- Use indirect heat. What this means is that you don’t want the bird directly over the fire. We have what’s called a plate setter that is a stone heat deflector. It sits under the pan in the following image.
- John also places an aluminum pan with some water in it between the plate setter and the rack. That catches the drips for a delicious gravy and adds moisture while roasting the turkey.
To create indirect heat on a gas grill. Burners on the sides of the grill are turned lower and the center burners are turned off. Here’s a link to a video showing you the setup.
To create indirect heat on a charcoal or Weber Grill – Hot coals are pushed to the sides of the grill so coals aren’t directly under the bird. Here’s a link to a video showing the setup.
Many recipes call for high cooking temperatures of 425° to 450°F. We prefer 350° F.
You can also bake the turkey in the oven after spatchcocking it. Even though these instructions are for the grill, it works the same way in the oven.
Important – You want to position the bird flat and turn the legs in a “knock-kneed” position. Also, turn the wings inward over the bird.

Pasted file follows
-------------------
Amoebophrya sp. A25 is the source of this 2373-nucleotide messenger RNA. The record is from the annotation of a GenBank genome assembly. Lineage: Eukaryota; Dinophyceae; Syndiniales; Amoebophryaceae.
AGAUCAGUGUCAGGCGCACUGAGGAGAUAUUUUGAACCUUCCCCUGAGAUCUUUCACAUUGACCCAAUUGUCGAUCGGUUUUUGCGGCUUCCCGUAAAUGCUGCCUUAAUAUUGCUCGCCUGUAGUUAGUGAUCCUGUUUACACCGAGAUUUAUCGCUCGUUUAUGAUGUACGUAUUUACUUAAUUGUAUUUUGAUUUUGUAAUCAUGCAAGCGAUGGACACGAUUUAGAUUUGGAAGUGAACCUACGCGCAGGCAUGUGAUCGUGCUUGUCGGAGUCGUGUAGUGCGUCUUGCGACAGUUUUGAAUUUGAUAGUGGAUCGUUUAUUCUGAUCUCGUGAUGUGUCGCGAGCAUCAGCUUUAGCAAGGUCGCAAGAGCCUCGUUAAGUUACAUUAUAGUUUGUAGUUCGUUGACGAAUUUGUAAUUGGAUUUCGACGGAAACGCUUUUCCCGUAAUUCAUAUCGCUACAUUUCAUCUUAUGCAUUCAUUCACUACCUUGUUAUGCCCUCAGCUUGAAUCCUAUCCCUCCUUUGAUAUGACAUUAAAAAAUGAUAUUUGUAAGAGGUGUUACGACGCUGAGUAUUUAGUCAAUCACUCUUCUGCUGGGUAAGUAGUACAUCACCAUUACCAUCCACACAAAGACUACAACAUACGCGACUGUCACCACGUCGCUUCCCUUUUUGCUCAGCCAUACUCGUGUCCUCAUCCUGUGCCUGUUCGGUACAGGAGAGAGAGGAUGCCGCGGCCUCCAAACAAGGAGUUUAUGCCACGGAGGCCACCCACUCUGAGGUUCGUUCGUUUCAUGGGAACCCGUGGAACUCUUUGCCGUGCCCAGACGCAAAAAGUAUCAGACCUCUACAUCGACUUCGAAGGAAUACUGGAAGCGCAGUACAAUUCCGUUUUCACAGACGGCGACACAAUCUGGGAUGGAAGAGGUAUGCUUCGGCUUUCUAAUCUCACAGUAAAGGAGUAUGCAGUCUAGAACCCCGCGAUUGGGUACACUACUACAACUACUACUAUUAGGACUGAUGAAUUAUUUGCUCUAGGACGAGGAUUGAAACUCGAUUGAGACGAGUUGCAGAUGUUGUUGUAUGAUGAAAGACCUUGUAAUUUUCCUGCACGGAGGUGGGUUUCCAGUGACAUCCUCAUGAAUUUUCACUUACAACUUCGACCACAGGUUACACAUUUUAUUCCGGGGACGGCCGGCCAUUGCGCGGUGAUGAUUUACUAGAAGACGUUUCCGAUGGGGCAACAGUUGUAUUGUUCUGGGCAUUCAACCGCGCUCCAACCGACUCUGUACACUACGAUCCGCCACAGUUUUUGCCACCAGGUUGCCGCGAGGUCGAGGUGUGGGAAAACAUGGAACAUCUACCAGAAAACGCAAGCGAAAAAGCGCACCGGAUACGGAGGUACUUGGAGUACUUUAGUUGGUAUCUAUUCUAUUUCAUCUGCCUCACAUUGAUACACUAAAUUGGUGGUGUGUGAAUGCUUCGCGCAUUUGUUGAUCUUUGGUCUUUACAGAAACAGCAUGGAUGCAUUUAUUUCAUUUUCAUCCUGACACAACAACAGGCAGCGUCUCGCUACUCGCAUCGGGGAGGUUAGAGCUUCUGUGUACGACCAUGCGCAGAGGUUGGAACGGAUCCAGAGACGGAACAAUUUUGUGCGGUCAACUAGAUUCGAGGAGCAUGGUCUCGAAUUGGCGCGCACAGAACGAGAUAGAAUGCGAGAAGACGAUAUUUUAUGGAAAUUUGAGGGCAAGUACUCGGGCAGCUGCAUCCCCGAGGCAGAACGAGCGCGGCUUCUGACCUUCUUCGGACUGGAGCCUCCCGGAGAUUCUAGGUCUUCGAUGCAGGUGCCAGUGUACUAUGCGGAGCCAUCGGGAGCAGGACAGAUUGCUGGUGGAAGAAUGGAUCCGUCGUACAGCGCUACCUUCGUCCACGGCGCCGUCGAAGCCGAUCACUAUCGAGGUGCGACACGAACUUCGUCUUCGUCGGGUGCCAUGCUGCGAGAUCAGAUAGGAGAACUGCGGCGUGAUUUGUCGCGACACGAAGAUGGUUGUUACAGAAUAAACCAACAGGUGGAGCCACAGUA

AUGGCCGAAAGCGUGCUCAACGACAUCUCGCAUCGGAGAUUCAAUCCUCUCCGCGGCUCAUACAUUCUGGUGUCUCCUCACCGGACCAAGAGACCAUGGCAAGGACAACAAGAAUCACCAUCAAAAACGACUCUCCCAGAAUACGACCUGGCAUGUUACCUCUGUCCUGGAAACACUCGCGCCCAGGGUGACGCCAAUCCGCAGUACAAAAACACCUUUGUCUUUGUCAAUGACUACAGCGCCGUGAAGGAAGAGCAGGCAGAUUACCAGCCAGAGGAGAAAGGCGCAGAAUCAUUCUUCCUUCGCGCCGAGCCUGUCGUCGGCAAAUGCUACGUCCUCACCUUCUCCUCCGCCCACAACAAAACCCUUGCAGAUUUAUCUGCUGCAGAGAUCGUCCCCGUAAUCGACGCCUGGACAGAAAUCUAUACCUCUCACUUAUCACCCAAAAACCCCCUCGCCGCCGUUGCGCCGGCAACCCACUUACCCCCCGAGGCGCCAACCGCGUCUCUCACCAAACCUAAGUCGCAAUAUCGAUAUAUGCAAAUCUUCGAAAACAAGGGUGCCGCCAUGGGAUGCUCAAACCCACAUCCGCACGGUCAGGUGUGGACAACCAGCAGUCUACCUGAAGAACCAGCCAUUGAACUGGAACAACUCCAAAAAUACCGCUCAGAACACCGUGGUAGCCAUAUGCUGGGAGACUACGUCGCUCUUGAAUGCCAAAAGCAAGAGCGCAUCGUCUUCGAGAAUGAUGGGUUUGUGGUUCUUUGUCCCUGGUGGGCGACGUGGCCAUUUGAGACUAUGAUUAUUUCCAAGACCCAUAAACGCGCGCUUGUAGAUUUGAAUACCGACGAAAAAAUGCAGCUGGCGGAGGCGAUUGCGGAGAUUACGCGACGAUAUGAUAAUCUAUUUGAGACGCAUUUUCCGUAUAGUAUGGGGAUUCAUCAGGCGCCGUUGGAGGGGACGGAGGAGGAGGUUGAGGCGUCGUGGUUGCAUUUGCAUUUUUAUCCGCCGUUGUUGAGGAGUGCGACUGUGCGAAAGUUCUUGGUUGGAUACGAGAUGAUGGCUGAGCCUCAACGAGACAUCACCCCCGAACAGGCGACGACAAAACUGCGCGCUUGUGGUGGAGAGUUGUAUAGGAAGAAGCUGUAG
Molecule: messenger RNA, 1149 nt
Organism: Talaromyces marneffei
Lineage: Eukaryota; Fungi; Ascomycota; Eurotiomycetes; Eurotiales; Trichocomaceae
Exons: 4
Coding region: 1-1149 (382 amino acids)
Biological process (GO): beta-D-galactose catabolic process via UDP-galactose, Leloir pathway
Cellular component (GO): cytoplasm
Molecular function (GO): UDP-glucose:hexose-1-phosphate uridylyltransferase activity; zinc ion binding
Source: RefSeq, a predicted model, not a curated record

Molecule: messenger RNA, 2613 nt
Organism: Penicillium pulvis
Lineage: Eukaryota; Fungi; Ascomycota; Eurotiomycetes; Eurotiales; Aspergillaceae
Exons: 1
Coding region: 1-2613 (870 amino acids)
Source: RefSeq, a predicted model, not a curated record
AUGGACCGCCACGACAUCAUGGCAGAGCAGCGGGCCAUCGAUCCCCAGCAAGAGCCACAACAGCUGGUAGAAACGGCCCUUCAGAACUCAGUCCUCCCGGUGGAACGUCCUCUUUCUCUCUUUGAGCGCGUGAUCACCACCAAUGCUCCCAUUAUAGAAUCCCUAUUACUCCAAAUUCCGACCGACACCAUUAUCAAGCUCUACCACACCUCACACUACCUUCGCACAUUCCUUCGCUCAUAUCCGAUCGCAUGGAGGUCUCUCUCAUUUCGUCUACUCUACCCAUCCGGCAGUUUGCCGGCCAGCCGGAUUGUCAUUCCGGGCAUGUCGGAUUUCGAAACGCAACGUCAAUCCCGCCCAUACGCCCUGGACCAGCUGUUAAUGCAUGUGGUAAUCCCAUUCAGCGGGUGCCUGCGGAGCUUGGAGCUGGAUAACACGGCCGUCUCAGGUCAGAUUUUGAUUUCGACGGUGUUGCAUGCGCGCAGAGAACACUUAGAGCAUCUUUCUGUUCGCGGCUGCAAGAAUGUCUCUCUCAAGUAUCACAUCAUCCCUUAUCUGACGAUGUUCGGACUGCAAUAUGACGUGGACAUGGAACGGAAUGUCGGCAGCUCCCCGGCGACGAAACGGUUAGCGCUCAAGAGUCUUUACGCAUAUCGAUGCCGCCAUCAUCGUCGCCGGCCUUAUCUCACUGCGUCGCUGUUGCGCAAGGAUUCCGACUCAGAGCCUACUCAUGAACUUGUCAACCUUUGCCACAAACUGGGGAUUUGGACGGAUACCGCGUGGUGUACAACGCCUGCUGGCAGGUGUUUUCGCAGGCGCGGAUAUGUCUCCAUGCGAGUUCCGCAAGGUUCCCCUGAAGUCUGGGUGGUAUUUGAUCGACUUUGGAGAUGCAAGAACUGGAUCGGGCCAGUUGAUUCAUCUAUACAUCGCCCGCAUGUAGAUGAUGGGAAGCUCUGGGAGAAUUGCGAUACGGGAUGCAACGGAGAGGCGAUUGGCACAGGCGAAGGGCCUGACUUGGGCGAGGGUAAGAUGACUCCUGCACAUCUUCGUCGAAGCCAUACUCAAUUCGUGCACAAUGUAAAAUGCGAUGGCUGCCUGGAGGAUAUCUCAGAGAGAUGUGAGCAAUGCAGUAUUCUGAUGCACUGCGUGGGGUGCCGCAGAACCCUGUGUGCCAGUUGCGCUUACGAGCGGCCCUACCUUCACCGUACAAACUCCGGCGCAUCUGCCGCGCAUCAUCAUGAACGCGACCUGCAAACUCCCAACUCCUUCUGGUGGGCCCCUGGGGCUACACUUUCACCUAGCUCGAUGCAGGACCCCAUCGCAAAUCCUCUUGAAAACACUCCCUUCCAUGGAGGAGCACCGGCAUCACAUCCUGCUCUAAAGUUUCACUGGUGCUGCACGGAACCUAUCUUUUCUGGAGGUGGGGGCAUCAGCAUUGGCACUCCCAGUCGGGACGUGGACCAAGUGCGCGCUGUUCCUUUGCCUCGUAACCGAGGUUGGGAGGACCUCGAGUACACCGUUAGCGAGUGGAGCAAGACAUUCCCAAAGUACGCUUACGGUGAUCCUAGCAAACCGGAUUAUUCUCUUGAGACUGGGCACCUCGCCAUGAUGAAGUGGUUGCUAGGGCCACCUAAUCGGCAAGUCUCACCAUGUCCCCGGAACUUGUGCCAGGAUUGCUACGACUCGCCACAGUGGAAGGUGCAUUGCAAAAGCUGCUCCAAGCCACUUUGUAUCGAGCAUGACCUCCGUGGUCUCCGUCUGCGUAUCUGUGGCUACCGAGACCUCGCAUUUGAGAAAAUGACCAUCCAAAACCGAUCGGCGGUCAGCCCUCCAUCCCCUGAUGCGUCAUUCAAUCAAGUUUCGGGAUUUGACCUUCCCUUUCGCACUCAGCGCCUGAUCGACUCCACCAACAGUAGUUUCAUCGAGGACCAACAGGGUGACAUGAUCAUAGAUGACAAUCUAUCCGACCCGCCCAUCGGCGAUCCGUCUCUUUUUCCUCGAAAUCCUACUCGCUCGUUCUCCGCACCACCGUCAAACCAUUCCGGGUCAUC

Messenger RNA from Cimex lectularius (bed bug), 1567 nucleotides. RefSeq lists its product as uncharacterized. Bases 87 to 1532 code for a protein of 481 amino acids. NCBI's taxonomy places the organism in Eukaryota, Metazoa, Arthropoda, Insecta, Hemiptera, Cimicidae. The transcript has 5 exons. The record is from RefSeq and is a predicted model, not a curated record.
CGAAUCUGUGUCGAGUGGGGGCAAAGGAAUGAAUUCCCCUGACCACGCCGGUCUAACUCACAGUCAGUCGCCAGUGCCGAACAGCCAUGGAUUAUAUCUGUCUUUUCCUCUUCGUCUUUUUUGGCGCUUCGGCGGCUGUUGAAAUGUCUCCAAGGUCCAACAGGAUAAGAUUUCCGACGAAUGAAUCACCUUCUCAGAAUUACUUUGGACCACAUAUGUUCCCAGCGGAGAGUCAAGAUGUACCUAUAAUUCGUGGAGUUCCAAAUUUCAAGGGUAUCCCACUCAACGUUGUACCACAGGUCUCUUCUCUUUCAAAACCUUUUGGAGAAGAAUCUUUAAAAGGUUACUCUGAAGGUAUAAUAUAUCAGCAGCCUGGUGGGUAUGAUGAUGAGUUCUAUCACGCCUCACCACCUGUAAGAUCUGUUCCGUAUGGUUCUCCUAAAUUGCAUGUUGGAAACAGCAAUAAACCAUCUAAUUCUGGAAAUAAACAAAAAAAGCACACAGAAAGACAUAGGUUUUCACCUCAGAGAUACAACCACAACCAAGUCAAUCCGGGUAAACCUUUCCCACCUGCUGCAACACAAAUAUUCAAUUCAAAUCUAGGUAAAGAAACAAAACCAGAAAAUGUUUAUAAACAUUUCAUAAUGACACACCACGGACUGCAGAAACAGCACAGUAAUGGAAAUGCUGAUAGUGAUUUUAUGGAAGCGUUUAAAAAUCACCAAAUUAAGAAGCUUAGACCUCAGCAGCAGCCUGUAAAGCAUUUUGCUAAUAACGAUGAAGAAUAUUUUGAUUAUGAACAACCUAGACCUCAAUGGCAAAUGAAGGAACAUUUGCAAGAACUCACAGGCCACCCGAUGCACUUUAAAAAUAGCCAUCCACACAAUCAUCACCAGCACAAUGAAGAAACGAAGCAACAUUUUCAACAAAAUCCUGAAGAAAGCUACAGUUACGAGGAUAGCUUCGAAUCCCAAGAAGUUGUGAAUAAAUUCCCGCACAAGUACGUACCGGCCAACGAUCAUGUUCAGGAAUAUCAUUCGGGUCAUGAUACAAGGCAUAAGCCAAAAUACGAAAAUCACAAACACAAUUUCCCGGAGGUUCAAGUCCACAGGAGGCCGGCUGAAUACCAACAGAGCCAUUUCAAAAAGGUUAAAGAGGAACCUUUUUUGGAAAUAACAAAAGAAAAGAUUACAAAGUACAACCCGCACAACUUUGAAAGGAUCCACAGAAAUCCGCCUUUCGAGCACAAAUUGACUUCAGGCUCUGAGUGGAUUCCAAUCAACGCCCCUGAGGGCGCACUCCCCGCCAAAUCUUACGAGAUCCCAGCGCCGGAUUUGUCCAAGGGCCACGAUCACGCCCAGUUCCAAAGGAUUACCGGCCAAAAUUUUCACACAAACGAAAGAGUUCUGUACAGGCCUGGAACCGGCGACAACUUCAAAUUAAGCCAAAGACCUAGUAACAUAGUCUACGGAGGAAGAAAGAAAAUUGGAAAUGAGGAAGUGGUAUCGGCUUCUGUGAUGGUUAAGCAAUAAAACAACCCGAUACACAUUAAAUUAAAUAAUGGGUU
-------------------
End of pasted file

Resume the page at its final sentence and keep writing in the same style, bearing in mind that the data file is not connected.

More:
What does Spatchcock mean?
Spatchcock means removing the backbone and flattening the breast bones before cooking. It’s also called butterflying.
The benefits of Spatchcocking a Turkey
- A spatchcocked turkey lays flat. Therefore, all of the skin faces up and the meat down. This provides for juicy meat and crispy skin.
- The cooking time is considerably less.
- If you cook it in the oven, it doesn’t take as much verticle space leaving you room to cook other dishes at the same time.
- A spatchcocked turkey is easier to carve.
How to Spatchcock a Turkey
- Make sure your turkey is completely thawed.
- Some birds come with a plastic or metal cage inside the neck opening and also a bag containing the giblets. Remove everything.
- If the neck is attached, cut it off and save it to make some great broth.
- There is no need to wash the turkey. Just pat it dry with a paper towel.
- With the opening of the bird facing you, cut down both sides of the backbone with a pair of sharp kitchen shears. Turn the bird halfway through to finish cutting through the backbone. Keep the backbone to use in your broth!
- With the inside of the bird facing you, clip each side of the “Y” shaped wishbone (clavicle). This is optional and it may also be removed whole. Removing it makes it easier to carve the bird after it’s cooked.
- Using a sharp knife, slice the cartilage (silver skin) on both sides on the underside of the ribs.